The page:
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If there’s a speaker brand that can rightly use the word ‘heritage’; it’s Dynaudio. The Danish company has been making high-performance drive units and both pro and domestic loudspeakers of all kinds since 1977 and has more than a few hits up its sleeve. For example, while we as hi-fi buffs lavish praise on the BBC-designed LS3/5a monitor, ‘Auntie Beeb’ itself prefers to use Dynaudio AIR 6, AIR 20 and BM5 monitors and has done for the last 17 years. Recently in the domestic market, the company’s Special 40 has become recognised as one of the stand-mounts to beat, irrespective of price.

None of which acts as preparation for the Heritage Special.

This is a strictly limited, hand-built two-way stand-mount monitor, designed from the outset to take advantage of all those classic aspects of speaker design that have sort of ‘drifted’ a touch in the modern era. That’s neither a criticism of modern speaker design, nor an indictment of Dynaudio’s current crop of loudspeakers; in fact, if anything Dynaudio is going through something of a purple patch right now. However, there are some elements of classic loudspeaker design and construction that are extremely difficult to implement in today’s products without incurring high production costs.

The Heritage Special reflects that high production cost while reflecting the high production values of what is, in essence, an artisan product. That could, so easily, spell the worst of all worlds, producing a ‘me-too’ product that is expensive to build and offers little in the way performance improvements, leaving the owner with not much more than a rich wood finish and ‘custom shop’ brownie points. The more positive approach – and the one adopted by Dynaudio – is to make a loudspeaker that is, in essence, a distillation of all the things that were and are good about the best of Dynaudio and put them in one single two-way stand-mount.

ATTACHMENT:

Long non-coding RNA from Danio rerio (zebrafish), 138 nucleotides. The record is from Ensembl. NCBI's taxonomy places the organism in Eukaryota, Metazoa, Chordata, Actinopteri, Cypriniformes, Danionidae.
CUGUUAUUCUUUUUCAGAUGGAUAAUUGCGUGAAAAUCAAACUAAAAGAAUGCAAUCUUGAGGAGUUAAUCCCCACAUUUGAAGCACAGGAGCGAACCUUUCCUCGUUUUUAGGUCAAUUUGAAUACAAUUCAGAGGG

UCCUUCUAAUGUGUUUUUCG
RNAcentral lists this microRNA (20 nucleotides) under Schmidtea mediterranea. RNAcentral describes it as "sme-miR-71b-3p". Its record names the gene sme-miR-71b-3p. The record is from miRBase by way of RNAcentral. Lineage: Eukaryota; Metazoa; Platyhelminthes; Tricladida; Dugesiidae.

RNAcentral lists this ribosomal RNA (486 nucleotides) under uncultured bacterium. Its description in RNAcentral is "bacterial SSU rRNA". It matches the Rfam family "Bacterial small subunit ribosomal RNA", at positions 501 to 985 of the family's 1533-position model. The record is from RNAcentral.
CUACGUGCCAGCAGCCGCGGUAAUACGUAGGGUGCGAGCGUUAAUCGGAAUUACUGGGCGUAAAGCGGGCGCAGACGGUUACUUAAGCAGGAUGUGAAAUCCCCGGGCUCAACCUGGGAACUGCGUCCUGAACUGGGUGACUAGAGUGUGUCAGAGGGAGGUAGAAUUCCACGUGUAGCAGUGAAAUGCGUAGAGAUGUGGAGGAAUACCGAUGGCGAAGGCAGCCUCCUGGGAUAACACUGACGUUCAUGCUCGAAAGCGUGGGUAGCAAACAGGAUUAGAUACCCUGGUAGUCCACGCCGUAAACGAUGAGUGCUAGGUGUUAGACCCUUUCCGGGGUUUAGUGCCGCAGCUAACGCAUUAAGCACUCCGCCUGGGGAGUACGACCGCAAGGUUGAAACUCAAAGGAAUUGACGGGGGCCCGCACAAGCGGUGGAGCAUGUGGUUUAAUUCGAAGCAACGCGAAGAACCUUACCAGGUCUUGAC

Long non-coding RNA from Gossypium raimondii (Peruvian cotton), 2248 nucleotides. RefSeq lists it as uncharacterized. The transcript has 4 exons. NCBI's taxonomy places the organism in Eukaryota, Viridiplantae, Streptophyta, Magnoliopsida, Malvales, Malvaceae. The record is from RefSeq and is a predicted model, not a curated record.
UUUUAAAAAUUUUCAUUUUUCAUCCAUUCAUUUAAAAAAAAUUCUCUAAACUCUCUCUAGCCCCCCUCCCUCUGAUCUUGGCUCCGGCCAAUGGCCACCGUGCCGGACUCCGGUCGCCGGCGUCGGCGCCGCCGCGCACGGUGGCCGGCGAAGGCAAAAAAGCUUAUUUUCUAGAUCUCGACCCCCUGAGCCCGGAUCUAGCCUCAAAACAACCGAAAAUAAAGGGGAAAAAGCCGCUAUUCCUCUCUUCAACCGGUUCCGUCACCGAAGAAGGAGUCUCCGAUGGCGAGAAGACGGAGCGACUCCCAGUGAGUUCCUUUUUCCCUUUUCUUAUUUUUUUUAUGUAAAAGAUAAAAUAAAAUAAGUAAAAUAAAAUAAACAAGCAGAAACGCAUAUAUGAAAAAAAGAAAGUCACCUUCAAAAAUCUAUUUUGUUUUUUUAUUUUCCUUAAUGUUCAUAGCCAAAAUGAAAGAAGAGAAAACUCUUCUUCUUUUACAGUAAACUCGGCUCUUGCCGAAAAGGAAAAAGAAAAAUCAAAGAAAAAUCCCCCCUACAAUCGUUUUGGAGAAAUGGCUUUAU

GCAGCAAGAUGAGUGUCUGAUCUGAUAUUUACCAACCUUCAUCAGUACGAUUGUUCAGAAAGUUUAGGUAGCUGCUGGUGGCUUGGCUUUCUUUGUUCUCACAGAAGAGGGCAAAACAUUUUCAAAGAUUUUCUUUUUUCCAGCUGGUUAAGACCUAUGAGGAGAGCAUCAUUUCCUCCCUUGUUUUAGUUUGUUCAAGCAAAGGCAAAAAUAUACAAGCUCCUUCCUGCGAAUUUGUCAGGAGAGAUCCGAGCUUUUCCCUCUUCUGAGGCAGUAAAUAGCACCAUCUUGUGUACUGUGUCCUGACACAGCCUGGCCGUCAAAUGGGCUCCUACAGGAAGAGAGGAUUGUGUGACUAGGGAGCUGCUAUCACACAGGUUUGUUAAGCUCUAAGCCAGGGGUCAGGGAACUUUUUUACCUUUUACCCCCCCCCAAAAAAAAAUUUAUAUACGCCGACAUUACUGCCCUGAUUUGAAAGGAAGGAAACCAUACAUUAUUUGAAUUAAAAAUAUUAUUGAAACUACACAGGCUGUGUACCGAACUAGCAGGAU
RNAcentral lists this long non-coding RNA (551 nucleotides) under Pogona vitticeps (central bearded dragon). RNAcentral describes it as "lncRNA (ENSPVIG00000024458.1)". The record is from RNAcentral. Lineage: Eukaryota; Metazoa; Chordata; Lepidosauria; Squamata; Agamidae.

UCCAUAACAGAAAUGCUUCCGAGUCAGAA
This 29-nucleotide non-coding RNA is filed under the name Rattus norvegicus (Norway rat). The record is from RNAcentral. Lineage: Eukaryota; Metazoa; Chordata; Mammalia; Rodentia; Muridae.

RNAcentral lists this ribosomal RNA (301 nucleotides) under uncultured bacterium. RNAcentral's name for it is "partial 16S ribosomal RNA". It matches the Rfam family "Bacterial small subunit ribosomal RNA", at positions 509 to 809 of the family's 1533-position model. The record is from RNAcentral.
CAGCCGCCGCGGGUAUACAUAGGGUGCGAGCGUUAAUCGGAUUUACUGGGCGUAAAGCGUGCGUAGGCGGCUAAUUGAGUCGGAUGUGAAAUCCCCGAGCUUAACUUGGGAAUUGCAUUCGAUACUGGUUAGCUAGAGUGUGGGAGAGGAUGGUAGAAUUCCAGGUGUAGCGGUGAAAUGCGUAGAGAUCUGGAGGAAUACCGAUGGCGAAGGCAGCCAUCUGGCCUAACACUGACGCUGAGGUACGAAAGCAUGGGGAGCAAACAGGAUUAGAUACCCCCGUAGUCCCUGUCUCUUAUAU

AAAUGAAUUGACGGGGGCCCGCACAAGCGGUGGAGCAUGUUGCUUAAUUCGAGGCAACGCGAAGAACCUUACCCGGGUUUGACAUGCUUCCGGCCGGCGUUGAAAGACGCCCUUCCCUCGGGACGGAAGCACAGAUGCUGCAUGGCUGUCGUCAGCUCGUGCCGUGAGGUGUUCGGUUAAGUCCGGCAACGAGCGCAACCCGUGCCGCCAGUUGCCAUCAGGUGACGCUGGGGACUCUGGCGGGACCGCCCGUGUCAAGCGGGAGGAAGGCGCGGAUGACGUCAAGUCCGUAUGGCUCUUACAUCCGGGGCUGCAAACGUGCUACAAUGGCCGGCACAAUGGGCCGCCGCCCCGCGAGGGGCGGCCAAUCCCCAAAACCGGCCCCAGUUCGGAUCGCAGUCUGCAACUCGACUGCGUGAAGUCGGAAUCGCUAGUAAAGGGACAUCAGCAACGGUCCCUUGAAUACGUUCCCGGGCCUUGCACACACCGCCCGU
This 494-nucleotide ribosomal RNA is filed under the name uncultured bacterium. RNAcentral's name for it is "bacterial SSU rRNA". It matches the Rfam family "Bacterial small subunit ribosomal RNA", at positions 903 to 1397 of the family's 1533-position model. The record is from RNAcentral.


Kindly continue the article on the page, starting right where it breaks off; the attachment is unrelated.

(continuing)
The speaker, limited to 2,500 pairs worldwide, has a 19mm-thick MDF cabinet finished in sustainable American Walnut veneer. It’s internally braced for extra rigidity and lined with heavy bitumen to further minimise unwanted resonance. This is a tried and trusted method of internal damping, although stuffing the cabinet with foam or similar is often common due to the extra ‘faff’ involved in making bitumen-coated panels. Each piece of veneer (including the thin list strips surrounding the front baffle) is matched to its companions – and those for each speaker are matched to each other – for complete consistency. The cabinet goes through three meticulous sanding and lacquering processes. It takes just over three days to build each one from start to finish.

The tweeter plate is from the highly regarded Esotar T330D, but it’s coupled to the latest Esotar 3 tweeter unit – as found in the top-of-the-range Confidence family. It’s the finest, most sophisticated tweeter Dynaudio has ever produced – featuring a larger rear chamber, powerful aerodynamic neodymium magnet system, the resonance-defeating Hexis inner dome, and Dynaudio’s characteristic precision-coated soft-dome diaphragm.

Meanwhile, the mid/bass driver – the 18W75 XL Heritage Special MSP Woofer, a name that trips off the tongue almost as effortlessly as ‘Llanfairpwllgwyngyllgogerychwyrndrobwllllantysiliogogogoch’ – is a ‘breathed on’ version of the one you’d find in the company’s recently discontinued Evidence Platinum series with its exponential diaphragm construction; that’s a mid-bass unit hitherto found in a loudspeaker that cost more than the highest-spec Volkswagen Arteon. This driver overlaps the grooved edges of the front baffle and its signature groove, although its incursion into the side panels doesn’t mean a bulge.

Staying with that enclosure for a moment, the rear of the Heritage Special is a large aluminium panel, with a surprisingly huge bass port. The binding posts are the top Nextgen 710 Cu from WBT; a pure copper that uses WBT’s sophisticated atomic-level bonding process to create gold terminals with no need for the more capacitive nickel-plated protection on the surface (gold version and silver version). While not huge in signal degradation terms, even these terminals were selected to help prevent eddy currents from interfering with music signals.

A classic Dynaudio touch is the use of a first-order crossover. That means the simplest possible network in place, made up of the highest quality components. The problem with making a first-order crossover is it’s an acid test for a loudspeaker drive unit, and few companies chose to test their mettle this way. Especially as many loudspeaker manufacturers choose off-the-shelf (or slightly-modified off-the-shelf) drivers. As Dynaudio controls all the key components in the loudspeaker itself (including the drive units) it can design a loudspeaker crossover to deliver excellent phase linearity and absolute clarity, primarily because there’s almost no crossover to speak of. Many Dynaudio  loudspeakers have used first-order crossovers for that reason and have been praised for their speed, their timing, and their phase integrity… these points might be worth remembering for later in the text.